Autonomy

Participants observed both benefits and challenges from allowing hospitals to operate autonomously within the global budget. A state regulator noted that “[hospitals] in Maryland wanted to innovate on their own and not be directed by the regulatory body, and in fact, the regulatory body was not large enough to direct innovation [interview 5].” Participants described a diverse range of hospital initiatives to improve value, adapted for local circumstances and organizational priorities, including transitional case management programs and community health initiatives.

However, participants also noted that hospitals varied with regard to engagement in care transformation. Many perceived that costs were reduced not only by improving patient outcomes but also by shifting some hospital-based services to outpatient settings not regulated by the global budget. A hospital representative noted, “When you look at our success under the All-Payer Model, I know that some of that is quality improvement. In particular, our readmissions reductions are very real, and we put things in place that we needed. At the same time…there were things that hospitals were able to do pretty quickly to drive a significant amount of utilization into other settings [interview 7].” Some participants observed that the surplus revenue under the global budget was often not committed to population health improvement but rather distributed by hospitals according to their own priorities.

To avoid unintended consequences of this autonomy, the MDAPM included safeguards to focus hospital priorities on improving quality of care. These safeguards included incentives based on key quality metrics, including unplanned hospital readmissions and rates of iatrogenic complications. Participants noted that these incentives and other aspects of the MDAPM, such as rate corridors that constrained the ability of hospitals to dramatically increase or decrease charges for services, were perceived to help prevent hospitals from eliminating services or withholding care to reduce cost.

After the implementation of the MDAPM, a persistent challenge for hospitals was aligning incentives with physicians who continued to operate under fee-for-service payment structures. Hospitals needed greater autonomy to financially reward physicians who engage in specific care redesign activities that would likely improve the quality and reduce the cost of hospital care. To address this challenge, the CMS and Maryland introduced the Care Redesign Program in 2017, a voluntary program that allowed hospitals to share resources and create appropriate incentives for nonhospital health care professionals and suppliers.

Communication

Many participants noted that close communication among the CMS, HSCRC, hospitals, and other health care entities was critical to successful MDAPM implementation, both for initial negotiations between the CMS and the state to create the model as well as later navigation of operational details by hospitals. Strategic decisions regarding communication also facilitated acceptance of the MDAPM among hospitals. State officials identified champions within each stakeholder group with influence to persuade their peers and shared a vision for the future model. As one state official noted, “We asked, who were the leaders that would really understand this and be able to work with us?... We didn’t go right to the most suspicious hospital CEO. We needed someone who could convince that person [interview 2].” Later, the HSCRC established work groups to design and provide feedback on various aspects of the MDAPM. Some participants noted that the geographic proximity of all stakeholders in Maryland, including the CMS, facilitated communication. However, a barrier was the intensive communication needed to navigate the complex technical and clinical details involved in the MDAPM, adding to administrative burden for hospitals and requiring frequent engagement with state and federal regulators.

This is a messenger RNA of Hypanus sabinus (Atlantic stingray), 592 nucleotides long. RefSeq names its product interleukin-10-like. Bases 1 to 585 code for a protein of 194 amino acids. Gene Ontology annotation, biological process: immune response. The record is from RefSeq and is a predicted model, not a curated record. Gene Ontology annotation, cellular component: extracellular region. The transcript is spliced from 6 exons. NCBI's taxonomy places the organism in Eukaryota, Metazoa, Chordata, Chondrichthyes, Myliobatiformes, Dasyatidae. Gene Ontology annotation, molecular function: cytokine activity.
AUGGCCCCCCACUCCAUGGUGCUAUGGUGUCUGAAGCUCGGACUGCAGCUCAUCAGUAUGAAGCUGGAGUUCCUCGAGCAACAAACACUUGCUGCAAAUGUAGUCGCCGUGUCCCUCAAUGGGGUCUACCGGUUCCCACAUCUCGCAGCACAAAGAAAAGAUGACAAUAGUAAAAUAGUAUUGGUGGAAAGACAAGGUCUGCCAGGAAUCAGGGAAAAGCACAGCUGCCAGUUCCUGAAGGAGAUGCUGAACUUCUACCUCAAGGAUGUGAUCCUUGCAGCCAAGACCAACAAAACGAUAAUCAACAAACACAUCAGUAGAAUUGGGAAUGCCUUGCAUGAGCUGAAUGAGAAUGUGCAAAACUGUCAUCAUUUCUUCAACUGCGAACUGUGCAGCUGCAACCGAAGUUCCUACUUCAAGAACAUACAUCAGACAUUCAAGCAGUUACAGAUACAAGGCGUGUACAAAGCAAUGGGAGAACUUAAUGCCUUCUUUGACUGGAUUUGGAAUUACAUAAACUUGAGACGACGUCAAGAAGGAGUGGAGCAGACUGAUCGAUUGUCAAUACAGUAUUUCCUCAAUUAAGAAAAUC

Actionable Data

Nearly all participants cited the importance of data infrastructure for the design, implementation, and sustainability of the MDAPM. Data on hospital utilization and cost informed development of the model and facilitated acceptance among stakeholders. One state regulator commented, “The one thing that is absolutely critical to what we were able to do is the presence of a lot of data…. We had a tremendous amount of information that we shared openly…and that doesn’t exist in many places [interview 5].” Data sources included Medicare claims, which required special arrangements with the CMS to expedite sharing with the state, as well as quality reports from hospitals. Data also included patient-level information on health care utilization, medical history, and patient care plans extracted from electronic health record systems, which were incorporated into the state health information exchange (Chesapeake Regional Information System for Our Patients). This information exchange was widely perceived as essential for implementation of the MDAPM to monitor hospital volume in real time and identify opportunities to improve value. The development of this system required investment from the state as well as overcoming technical barriers to linking data systems.